It’s saying a lot when you finish with a movie and the best thing you can say is “Well, at least it was a short movie.” At seventy six minutes in length, “Ride” is never quite sure what it wants to be. It tries to be this thriller about a villain kind of bringing two people out of their shells with violence, and then other times it feels like some goofy drama with a thriller bent injected in for the sake of broader appeal. Really it just feels like writer and director Jeremy Ungar loves that segment from “Fight Club” with the convenience store worker and decided to extend it in to a feature film.
Jessie T. Usher plays James, an aspiring actor and driver for a taxi service named “Ride” who picks up Jessica, the girl of his dreams one night. Played by Bella Thorne, the two hit it off and Jessica invites James to a club for some drinks. Deciding to work a bit more before approaching her again, he picks up Bruno, thinking it’ll be a quick ride. But things get complicated when Bruno convinces James to pick up Jessica for a party in the city. But soon things spiral out of control, as Bruno proves to be an unhinged maniac with a gun, who plans to take the pair for a rough ride through LA. “Ride” is a goofy, pseudo-existential dramatic thriller that rips off “Collateral” and “Fight Club” almost wholesale.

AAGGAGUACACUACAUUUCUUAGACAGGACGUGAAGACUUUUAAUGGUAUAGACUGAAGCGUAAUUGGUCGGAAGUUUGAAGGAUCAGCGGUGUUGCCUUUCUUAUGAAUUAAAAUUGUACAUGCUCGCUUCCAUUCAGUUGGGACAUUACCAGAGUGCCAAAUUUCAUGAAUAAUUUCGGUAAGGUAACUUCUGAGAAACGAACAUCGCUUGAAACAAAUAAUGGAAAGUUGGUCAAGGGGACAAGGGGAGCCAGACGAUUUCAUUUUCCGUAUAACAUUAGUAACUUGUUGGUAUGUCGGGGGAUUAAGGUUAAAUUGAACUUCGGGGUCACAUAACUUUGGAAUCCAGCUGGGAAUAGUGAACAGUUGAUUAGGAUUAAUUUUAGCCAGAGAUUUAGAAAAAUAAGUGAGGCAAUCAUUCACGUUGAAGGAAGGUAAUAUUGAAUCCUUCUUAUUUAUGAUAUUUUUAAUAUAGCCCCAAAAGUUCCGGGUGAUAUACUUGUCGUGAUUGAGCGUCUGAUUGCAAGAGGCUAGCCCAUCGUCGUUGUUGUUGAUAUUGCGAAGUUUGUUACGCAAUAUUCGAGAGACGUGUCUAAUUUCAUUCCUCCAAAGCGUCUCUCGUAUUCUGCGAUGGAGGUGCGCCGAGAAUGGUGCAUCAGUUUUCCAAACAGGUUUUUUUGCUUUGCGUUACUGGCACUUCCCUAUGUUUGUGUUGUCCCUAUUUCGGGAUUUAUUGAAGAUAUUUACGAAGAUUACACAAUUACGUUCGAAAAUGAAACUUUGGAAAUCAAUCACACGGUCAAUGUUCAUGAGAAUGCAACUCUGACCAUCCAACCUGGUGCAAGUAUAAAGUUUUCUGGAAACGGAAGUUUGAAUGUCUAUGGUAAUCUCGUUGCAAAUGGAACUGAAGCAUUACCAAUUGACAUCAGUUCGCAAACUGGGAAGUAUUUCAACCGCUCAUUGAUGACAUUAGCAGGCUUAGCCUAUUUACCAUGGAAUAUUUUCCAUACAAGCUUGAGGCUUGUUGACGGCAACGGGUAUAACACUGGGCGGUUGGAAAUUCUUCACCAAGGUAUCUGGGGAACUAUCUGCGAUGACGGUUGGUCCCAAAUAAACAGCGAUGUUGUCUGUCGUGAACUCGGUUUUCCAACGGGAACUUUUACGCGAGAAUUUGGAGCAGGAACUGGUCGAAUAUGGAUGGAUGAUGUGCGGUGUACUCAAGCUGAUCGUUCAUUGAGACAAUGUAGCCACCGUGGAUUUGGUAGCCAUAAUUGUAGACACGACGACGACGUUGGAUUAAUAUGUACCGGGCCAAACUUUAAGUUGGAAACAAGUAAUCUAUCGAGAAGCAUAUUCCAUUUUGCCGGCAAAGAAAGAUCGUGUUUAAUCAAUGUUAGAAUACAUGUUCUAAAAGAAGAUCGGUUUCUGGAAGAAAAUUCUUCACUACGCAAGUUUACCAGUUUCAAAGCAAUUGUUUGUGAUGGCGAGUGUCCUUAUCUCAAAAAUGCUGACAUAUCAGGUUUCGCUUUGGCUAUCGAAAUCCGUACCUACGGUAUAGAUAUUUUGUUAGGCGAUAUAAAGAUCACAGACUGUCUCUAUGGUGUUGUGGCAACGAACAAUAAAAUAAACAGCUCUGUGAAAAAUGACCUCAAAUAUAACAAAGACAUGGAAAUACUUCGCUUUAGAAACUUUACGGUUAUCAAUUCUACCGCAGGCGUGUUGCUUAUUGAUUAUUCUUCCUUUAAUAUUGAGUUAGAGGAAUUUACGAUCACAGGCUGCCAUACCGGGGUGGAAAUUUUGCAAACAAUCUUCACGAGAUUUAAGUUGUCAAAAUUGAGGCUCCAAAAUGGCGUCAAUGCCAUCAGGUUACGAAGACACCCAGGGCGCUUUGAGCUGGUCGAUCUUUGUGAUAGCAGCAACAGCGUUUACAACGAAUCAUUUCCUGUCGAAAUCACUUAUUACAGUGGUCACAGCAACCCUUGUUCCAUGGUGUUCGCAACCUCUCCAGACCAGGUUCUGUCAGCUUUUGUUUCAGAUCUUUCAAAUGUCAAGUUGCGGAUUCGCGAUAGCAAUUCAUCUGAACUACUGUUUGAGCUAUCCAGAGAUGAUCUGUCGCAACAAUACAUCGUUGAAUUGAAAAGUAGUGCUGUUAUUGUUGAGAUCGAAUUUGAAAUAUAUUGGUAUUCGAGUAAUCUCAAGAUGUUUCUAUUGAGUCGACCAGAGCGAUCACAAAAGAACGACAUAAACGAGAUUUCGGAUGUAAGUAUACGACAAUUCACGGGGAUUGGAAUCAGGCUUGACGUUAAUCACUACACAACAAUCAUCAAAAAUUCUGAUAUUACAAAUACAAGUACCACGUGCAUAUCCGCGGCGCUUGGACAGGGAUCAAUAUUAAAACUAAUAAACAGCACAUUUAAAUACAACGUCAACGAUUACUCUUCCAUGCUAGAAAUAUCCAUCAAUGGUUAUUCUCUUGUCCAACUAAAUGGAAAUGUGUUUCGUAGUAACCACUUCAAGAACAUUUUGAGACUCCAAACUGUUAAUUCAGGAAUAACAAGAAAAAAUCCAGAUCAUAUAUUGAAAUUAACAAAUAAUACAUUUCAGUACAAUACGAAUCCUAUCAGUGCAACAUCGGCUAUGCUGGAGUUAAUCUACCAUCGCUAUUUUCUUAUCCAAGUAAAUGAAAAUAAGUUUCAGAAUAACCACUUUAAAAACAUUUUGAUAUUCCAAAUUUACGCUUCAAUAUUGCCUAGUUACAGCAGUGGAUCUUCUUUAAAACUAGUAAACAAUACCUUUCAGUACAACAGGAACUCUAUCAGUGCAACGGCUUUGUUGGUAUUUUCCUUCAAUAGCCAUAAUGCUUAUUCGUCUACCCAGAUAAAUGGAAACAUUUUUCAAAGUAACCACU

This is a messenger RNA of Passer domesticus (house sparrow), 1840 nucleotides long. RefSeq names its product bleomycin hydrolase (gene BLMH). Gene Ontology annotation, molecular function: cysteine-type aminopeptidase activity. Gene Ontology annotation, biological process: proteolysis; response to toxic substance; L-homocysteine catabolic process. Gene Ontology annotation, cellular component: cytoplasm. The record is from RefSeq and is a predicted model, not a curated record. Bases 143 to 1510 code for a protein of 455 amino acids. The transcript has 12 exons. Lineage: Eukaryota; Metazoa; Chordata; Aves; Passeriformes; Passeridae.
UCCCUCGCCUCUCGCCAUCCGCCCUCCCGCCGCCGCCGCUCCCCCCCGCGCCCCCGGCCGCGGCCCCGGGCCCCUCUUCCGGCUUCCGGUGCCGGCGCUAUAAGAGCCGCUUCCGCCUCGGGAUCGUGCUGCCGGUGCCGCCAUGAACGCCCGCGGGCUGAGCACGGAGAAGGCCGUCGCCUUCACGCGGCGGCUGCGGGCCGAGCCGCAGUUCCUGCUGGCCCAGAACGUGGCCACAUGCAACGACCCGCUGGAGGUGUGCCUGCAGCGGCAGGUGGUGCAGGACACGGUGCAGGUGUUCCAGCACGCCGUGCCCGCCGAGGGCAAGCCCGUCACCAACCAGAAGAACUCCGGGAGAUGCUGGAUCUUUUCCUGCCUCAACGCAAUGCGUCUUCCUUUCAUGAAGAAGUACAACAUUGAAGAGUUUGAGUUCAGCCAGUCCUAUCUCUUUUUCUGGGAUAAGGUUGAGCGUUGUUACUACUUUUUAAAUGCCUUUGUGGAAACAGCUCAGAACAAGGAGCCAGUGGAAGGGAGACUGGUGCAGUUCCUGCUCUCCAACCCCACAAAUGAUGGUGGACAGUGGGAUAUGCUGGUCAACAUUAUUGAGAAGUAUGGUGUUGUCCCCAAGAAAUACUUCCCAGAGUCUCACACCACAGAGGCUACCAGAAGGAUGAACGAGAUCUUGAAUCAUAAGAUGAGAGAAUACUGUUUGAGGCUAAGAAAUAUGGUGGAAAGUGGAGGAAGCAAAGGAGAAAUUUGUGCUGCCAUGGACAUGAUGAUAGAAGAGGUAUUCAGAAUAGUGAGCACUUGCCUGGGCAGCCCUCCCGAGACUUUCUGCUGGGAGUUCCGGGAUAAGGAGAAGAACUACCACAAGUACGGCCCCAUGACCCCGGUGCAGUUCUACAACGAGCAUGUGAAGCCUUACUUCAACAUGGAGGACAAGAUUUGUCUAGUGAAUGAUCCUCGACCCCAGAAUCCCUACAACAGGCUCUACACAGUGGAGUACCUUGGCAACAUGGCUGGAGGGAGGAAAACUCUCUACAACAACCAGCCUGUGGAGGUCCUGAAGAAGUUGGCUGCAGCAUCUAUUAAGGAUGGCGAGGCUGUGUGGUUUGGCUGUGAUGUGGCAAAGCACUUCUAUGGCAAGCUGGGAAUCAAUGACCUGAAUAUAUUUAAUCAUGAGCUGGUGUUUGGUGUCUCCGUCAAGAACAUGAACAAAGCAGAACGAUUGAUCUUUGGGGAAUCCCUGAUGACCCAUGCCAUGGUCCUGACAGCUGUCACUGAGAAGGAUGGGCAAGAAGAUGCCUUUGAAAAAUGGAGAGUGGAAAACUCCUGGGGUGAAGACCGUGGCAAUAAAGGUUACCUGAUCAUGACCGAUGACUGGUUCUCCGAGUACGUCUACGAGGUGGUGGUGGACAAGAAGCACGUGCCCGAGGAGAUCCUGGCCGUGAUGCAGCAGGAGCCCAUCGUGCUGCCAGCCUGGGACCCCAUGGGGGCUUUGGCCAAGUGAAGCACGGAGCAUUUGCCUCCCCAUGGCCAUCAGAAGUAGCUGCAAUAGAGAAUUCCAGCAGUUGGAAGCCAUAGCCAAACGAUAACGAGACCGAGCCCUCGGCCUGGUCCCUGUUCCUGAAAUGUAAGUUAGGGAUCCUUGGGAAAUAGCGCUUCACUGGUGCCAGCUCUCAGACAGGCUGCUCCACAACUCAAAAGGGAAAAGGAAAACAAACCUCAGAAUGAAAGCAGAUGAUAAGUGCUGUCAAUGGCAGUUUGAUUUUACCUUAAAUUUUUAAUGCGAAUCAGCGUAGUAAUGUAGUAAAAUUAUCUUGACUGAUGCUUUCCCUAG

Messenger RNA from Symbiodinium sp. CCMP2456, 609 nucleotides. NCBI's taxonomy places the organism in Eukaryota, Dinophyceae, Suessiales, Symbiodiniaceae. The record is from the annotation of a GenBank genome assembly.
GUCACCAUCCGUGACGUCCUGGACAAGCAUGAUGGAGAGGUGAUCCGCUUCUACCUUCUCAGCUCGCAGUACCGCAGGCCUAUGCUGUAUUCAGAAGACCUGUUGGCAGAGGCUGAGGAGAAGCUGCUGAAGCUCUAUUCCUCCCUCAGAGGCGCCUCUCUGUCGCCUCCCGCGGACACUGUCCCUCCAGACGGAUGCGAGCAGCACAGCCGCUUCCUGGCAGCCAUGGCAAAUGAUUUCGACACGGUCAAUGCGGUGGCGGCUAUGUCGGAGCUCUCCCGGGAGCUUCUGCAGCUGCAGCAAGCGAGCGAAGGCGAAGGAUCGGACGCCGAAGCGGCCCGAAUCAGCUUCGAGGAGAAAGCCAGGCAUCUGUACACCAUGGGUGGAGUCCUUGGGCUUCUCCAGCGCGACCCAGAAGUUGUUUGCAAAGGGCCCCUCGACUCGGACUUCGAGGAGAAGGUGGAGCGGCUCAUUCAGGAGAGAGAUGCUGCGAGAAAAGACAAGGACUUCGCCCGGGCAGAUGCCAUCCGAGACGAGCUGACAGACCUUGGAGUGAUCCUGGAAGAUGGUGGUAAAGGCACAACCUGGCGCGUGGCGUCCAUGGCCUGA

Writer Ungar really wants to make a statement, the problem is he never quite seems to know what kind of statement he’s making. We’re supposed to view these characters as unfulfilled and longing for more substance in their lives, the problem is Ungar never explores those ideas. The movie is not even ninety minutes in length and breezes by on gratuitous exposition in the opening, expecting us to view it actual character tension. By the time the movie cranks the tone up to a bonafide thriller, “Ride” only has about a half hour left in its run time, and Ungar brings us through some dull antics by this alleged maniac. If that’s not enough, we never really get a sense of who or what Bruno is. Is he a serial maniac who terrorizes unfulfilled young people?
Is he someone seeking revenge? Did he break up with his girlfriend? Is he actually some kind of anti-hero in his own mind? Also how are we supposed to at least come to an understanding to what Bruno is implying with James and Jessica and their lives, when we barely get to know them at all? The movie spends more time propping up Bruno’s potential menace, than it does filling us in on who James and Jessica are. When we see James he seems pretty content and getting by, but we’re filled in on all these undertones of sadness and hunger for success that is never clearly indicated or explored. So it all feels like it’s ripped out of thin air. If anything Jessie T. Usher and Bella Thorne are good in their respective roles, and Ungar’s direction is eye catching, “Ride” is just a dull, bland, drama thriller in desperate need of at least half hour of narrative, and better ideas.
In theaters and available on VOD and Digital HD October 5th.